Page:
One of our interns runs this flash story writing blog called Friday Fiction. We'd call him a copy-cat, because that's the name of one of our sometimes-dealies on this blog, but supposedly he's had it for a while. He's feeling like Lord Fancington these days since he just self-published a novel, and he's been bugging us to run one of his stories so we're going to because it's Good Friday and you're supposed to be nice to people or something.
When she was little, my cousin Jamie used to be a runt of a girl, the kind of scrawny that turns kids wiry and defensive rather than adorable. The first time I heard the word “cunt,” it was out of her mouth to describe another sixth grader. She even nicknamed me Cum-Guzzlin’ Dustin when we were little, and even though I didn’t know exactly what it meant I spit in her face anyway. But now, at 17, she was the envy and scorn of her classmates who had thickened. Boys stared and girls seethed at the way she flaunted her body as repayment for years of mistreatment.
And here she was, topless on a bed in all her thonged glory, passed out spread eagle, presumably drunk. “Where’d you get this?” I demanded. The Polaroid was bent from traveling in multiple pockets and a thin layer of different fingerprints clouded the glossy image, but now it was in my hands.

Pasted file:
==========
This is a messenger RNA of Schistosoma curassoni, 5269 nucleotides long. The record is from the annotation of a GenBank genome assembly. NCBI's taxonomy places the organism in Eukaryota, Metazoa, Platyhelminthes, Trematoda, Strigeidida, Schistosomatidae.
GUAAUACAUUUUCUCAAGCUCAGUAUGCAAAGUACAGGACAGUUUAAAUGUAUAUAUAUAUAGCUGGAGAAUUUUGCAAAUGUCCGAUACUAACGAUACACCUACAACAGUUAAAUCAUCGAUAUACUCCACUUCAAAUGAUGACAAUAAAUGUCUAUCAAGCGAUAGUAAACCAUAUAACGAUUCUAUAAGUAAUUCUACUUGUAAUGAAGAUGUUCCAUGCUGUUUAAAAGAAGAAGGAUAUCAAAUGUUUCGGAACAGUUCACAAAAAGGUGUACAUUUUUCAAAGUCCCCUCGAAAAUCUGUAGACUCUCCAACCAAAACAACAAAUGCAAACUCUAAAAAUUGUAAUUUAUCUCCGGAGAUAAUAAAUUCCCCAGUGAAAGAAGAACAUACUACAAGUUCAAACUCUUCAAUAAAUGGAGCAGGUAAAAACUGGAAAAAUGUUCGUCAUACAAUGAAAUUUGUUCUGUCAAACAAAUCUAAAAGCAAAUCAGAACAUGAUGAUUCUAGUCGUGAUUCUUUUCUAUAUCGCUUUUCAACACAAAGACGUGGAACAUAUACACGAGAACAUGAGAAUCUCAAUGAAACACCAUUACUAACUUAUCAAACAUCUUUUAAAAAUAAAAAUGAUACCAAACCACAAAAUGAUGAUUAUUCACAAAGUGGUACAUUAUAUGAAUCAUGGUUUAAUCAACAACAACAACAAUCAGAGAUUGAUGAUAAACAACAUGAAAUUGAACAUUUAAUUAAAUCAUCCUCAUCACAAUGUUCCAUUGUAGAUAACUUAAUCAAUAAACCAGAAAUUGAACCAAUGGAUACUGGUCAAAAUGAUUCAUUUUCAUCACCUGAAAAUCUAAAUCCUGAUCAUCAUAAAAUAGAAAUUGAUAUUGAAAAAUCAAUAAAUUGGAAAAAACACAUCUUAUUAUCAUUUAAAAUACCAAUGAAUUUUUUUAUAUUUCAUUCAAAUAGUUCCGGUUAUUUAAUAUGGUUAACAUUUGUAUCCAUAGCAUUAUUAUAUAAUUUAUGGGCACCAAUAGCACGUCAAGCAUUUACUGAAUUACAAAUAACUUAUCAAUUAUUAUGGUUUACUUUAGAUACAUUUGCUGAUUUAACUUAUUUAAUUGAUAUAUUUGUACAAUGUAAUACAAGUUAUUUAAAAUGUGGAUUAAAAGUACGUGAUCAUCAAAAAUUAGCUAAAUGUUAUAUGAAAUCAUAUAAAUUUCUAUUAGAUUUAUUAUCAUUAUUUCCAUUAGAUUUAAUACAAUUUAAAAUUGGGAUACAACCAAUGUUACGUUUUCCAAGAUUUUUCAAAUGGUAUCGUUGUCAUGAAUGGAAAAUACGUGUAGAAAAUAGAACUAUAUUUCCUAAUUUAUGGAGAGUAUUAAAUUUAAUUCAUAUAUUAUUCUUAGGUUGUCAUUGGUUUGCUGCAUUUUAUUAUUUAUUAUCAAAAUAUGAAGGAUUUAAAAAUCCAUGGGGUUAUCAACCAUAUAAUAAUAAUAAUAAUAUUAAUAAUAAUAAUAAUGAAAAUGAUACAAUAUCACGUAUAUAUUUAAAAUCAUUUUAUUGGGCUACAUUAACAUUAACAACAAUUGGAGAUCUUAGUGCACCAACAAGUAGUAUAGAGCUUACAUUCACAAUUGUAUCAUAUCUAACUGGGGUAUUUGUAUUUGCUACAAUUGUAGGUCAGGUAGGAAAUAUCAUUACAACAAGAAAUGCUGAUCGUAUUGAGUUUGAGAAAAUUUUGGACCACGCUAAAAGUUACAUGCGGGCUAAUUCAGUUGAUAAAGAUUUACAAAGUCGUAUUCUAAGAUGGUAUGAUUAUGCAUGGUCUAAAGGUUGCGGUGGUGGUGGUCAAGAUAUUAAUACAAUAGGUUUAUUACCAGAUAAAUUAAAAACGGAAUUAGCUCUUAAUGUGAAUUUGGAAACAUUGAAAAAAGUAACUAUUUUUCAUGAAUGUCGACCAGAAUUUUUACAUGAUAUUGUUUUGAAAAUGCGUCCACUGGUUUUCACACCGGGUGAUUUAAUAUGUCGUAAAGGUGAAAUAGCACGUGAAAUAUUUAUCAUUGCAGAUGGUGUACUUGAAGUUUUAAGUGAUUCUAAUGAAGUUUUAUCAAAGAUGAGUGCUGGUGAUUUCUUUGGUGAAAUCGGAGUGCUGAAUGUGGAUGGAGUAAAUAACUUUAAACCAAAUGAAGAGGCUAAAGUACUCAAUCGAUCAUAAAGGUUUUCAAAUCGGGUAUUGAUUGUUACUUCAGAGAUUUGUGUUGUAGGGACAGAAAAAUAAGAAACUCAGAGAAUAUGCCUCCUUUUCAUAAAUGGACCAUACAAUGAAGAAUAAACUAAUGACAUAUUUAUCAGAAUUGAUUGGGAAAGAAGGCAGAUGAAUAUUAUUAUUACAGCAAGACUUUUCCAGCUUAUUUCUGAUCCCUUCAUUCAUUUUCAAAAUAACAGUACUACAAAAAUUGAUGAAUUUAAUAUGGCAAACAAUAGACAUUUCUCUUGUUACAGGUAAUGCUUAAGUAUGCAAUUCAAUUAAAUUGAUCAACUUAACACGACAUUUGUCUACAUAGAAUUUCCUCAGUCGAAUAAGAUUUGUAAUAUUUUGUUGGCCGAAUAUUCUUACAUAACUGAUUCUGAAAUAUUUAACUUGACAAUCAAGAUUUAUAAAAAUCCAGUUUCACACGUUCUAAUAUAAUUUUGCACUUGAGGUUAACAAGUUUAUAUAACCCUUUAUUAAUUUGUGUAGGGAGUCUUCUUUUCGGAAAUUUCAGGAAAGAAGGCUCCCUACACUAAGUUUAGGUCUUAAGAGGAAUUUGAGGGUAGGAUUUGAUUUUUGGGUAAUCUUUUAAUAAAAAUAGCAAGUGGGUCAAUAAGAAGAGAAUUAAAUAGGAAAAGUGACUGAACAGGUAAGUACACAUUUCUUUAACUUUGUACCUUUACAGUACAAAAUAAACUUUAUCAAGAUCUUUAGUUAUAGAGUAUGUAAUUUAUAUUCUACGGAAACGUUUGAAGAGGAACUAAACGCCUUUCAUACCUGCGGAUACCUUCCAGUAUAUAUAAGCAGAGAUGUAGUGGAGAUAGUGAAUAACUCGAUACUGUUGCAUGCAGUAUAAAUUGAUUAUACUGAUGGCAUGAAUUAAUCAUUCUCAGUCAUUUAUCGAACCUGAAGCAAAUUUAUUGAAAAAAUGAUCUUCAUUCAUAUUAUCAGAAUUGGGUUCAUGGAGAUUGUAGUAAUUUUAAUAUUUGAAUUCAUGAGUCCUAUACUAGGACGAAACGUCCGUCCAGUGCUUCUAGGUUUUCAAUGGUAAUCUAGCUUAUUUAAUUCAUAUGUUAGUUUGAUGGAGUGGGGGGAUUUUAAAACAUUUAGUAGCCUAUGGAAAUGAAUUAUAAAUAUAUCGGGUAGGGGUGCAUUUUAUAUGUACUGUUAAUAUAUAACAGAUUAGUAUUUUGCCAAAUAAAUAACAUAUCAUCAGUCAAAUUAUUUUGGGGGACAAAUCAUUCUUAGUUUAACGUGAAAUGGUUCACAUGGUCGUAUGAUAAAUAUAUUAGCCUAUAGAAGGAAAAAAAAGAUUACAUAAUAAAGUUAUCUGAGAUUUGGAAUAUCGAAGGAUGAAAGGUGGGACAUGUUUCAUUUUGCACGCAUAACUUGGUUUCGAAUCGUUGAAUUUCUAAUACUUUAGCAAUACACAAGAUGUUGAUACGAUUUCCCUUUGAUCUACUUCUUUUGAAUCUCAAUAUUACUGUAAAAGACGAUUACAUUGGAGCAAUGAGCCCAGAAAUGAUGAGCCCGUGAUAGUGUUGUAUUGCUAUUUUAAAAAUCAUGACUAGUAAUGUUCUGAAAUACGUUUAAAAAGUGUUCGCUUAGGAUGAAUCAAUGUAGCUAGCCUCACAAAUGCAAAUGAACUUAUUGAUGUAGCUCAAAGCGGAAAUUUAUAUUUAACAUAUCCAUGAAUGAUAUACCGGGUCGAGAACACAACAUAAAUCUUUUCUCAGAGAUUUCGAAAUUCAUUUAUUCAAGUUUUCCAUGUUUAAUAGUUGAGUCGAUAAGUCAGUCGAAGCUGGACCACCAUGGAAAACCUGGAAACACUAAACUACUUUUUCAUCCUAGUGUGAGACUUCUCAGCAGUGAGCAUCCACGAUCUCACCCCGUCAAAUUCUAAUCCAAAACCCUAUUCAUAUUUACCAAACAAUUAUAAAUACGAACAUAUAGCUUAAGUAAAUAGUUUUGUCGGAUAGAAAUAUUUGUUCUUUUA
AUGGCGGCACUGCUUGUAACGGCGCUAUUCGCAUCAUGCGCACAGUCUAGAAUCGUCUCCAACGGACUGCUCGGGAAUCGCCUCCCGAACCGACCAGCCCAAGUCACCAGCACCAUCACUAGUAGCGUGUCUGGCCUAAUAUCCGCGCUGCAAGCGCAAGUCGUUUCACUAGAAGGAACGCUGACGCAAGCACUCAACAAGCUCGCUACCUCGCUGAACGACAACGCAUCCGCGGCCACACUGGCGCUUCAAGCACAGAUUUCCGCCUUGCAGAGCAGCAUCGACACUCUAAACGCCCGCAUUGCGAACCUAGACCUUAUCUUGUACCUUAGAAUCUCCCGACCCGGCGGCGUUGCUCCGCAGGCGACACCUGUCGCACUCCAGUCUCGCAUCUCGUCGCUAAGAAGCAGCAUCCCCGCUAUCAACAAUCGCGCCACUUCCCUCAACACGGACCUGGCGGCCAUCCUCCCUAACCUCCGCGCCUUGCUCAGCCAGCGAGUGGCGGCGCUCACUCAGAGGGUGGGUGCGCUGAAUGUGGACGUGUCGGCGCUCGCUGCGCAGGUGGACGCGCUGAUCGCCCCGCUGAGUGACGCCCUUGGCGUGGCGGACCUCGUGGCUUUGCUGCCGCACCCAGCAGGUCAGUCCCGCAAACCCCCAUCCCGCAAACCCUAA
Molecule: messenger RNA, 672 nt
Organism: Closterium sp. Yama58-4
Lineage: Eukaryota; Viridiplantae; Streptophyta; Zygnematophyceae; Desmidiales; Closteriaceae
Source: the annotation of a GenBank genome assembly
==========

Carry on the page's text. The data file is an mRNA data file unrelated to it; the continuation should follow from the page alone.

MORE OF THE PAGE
Maybe she wasn’t a bitch as I once thought. Or as bad-looking.
“That’s YOUR cousin?” Derek asked.
“Wow,” Kent nodded in agreement. I could sense their erections and snatched the Polaroid away. Derek and Kent were assholes.
“Where’d you get this?” I asked again.
Kent smiled, acknowledging my discomfort. “Older brother of Jason, one of his friends took it… I dunno, some party. Why do you care so much?”
I didn’t know who Jason was but I made a mental note to smash his teeth in if I ever met him. I folded up the picture along one its worn lines and shoved it in my pocket. “Oh, what? So you’re going to keep the picture?” Kent goaded. “That’s your cousin. Gross.”
“Better than letting you two splooge all over it.”
Of course I didn’t tell Allison about the picture. The mid-August afternoon sun was hot but the fall-carrying wind was crisp and I might have needed a sweatshirt if I hadn’t been using her as a blanket. Ever since our parents started requesting that we keep our doors open, we’ve taken to making out on the soccer fields behind our school.
We had a routine: kiss and kiss and wait for the other to make the first move. It was like gulping air bubbles and letting our tongues mingle. After awhile, we would get sloppy and just lick in each other’s mouths. This was our routine.
Even though I had known Ally my whole life, it was only two years ago that we realized we could experiment with each other. The first time we kissed was because she dared me to, but the electric excitement from our lips touching gave me wet dreams for the following week, until I insisted that we kiss again. To my surprise, she was the first to put her tongue in my mouth, and I had run away, embarrassed of the tent in my jeans.